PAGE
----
When Evie took on an administration job 18 months ago, she was sure her childcare arrangements would work out fine.

 When Evie took on an administration job 18 months ago, she was sure her childcare arrangements would work out fine.

Her four-year-old daughter, Audrey, had been born with cerebral palsy, but the disability was fairly manageable and the local childcare centre were more than happy to enrol Audrey.

They had a young care worker with experience in working with children with disability, who was enthusiastic about being the primary support person for Audrey while she was at day care.

Initially, it was a dream come true. Evie was able to return to work in a low-pressured job she liked. Her work colleagues were pleasant, her boss was a dream, and the work was easy for her as she had held far more senior roles with far more responsibility in previous jobs.

She was back at work, enjoying her newfound friends, the occasional lunch out, and an interesting working day.

“I was happy to be back in the workforce earning very much needed income to help with the family finances, as my husband’s job was not enough to enable us to comfortably meet out mortgage repayments and other living expenses,” Evie said.

“Also, we needed to save for some upcoming home modifications, a car that would take Audrey’s wheelchair, and other mobility and learning equipment – all a big extra expenses requiring two incomes.”

A year went by fairly smoothly and then came the winter of 2016. “It was a shocker in the day care centre,” Evie said.

“Week after week there were sick children coming in, spreading their germs and making other children sick.

“Parents sent their kids in with colds, with fevers, with infectious diseases like whooping cough and chicken pox. It was extraordinarily selfish of them. They obviously needed to work, but sending sick children to day care and making everyone else sick is just not acceptable.

“The manager was fantastic and sent messages home outlining the centre’s policy about not sending sick children to day care. She spoke to the worst offenders. She phoned families when it was clear their children were not well and tried to make them come and immediately collect their child from the centre.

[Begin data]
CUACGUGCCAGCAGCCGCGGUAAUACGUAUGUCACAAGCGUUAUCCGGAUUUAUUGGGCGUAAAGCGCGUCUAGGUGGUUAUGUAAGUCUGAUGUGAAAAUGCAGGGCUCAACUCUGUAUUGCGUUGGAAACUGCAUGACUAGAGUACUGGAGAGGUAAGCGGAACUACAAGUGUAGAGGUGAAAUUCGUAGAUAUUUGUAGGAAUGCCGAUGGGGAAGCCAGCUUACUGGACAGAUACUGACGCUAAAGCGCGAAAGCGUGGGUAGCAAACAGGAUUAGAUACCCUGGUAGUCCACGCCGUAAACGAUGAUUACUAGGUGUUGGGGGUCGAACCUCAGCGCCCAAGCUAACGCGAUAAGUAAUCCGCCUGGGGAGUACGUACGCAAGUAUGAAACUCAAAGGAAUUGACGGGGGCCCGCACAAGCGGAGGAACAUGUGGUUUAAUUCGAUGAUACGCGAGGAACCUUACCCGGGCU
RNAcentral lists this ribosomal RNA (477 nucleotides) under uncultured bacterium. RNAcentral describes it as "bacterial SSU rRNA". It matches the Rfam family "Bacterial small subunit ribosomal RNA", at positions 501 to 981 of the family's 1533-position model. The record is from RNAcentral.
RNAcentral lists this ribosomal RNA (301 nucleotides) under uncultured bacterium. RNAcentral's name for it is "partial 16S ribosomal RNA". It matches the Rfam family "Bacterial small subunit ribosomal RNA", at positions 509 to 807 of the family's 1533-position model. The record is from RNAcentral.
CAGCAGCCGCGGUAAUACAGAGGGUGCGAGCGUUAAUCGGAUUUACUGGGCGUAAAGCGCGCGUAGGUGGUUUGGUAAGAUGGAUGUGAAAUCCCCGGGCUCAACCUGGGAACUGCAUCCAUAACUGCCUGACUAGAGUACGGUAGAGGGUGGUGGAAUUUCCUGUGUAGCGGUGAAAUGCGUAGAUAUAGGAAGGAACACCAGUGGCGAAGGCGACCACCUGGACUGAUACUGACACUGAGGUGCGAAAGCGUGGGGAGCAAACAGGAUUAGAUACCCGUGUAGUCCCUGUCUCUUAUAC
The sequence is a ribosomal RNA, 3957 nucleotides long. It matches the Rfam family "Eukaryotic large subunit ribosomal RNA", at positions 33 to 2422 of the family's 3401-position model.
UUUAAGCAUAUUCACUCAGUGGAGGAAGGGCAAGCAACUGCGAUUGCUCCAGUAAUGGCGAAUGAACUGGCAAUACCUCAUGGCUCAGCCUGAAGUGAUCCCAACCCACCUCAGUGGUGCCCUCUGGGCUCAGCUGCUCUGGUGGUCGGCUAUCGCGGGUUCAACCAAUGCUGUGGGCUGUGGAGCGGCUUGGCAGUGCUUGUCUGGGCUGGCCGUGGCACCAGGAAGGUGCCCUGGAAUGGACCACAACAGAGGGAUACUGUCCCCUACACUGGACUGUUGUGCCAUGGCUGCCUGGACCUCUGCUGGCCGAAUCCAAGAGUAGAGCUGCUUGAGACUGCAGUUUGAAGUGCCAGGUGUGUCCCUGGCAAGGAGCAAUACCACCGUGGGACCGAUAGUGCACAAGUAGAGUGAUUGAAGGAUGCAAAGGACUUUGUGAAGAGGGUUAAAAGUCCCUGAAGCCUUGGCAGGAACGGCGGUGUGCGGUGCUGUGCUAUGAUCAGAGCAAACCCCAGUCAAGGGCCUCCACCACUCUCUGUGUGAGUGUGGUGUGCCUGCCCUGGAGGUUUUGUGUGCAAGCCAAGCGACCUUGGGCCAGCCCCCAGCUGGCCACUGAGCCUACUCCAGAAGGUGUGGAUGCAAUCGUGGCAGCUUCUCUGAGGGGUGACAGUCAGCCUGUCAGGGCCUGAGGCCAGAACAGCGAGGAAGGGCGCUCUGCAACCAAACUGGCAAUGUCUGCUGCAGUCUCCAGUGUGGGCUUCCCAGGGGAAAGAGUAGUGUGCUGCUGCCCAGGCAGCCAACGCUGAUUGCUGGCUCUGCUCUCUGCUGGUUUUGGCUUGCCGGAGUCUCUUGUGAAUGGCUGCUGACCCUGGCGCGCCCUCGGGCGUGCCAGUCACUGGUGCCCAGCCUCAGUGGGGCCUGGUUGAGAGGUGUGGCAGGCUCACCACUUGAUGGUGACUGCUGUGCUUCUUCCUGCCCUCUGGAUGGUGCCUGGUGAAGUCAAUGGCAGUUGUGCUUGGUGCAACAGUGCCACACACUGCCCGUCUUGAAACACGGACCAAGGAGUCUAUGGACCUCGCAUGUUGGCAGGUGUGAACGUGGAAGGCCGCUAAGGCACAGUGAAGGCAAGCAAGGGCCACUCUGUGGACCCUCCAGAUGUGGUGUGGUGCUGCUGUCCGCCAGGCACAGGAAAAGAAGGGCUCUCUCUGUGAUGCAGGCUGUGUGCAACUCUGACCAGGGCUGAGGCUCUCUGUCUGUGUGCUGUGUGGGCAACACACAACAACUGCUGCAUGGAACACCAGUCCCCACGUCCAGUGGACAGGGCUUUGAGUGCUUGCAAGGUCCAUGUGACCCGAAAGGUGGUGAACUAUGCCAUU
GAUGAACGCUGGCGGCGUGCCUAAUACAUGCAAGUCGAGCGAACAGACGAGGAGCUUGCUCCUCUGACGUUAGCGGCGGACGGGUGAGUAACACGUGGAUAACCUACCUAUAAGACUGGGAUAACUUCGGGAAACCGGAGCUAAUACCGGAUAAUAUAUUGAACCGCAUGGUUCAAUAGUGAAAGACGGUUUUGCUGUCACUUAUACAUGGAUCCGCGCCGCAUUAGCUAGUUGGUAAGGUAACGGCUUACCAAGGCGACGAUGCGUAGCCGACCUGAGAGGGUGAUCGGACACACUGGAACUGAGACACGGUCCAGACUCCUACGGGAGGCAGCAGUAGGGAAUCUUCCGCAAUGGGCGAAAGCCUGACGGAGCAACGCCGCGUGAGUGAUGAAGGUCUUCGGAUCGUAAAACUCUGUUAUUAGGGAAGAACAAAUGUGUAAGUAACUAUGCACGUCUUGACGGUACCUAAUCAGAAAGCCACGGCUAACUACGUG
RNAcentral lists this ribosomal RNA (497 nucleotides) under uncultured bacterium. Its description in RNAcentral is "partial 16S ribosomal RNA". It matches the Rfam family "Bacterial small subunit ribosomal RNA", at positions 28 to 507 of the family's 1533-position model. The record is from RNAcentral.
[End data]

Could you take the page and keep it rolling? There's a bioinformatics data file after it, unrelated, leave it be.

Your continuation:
“Some did and some didn’t. Some of the worst offenders were told they were not welcome to come back. It was very stressful for everyone involved, but for our family, it was a disaster.

“Audrey caught every sickness that was going around. It meant I had to take countless days off. It meant I had to leave work at the drop of a hat on lots of days, as Audrey had suddenly become sick – usually picking up someone else’s infection.

“I felt terrible asking my boss for time off every few days. I could see it was impacting on the whole organisation as I wasn’t able to finish key tasks and scheduled jobs that were a high organisational priority just fell of the radar.

“My boss was fantastic and gave me all the time I needed, but it was clear that the situation was not sustainable.

“If Audrey did not have a disability, the impact would have been much less. But there are so many more complications when your child already needs extra support and care just to be mobile, to talk and to eat.

“It got to the stage where she just did not want to go to day care anymore – it was so traumatic for her. It was sad, as she had loved it so much initially, but by the end of 18 months, she did not even want to get out of the car in the morning and just shook her head and cried ‘no mama…no mama ... I no go…

“I just didn’t have the heart to force her to go, so I would just have to ring work and have another day off.

“On some days I tried taking my computer home and working from home, but it was very challenging with a small child with such high support needs.

“I tried to reduce my hours to three days a week, but my boss would not support it, as the organisation needed the role to be full-time and they didn’t think that job sharing was an option. My boss felt it would have a negative impact on the organisation and open the floodgates to allow other parents to do the same.

“So I have had to resign and I am back to being a stay-at-home mother, with all the financial stress that causes.

“I have been searching for stay-at-home work options, and would love to start some kind of internet-based business, but I have no idea what that might be.

“I have responded to quite a few ‘work from home’ ads and found every single one to be a scam of one kind or another, so I am very wary of these now.

“I have no idea what the next couple of years will be like or how we will manage financially. I hope to be able to work again at some point – maybe when Audrey goes to school, but it will be harder as I will not have had continuity of employment and that won’t look great on my CV, so I will probably have to go for an even lesser skilled job. Before I had Audrey I was a senior manager.

“I think there should be more effort made to accommodate mothers who need part-time work – whether or not their child has health issues. It is just so unfair, as we have to give up our careers, our career advancement, and lose our super, struggle financially, and put our whole life on hold because there is no mandated way we can force employers to let us work part-time.”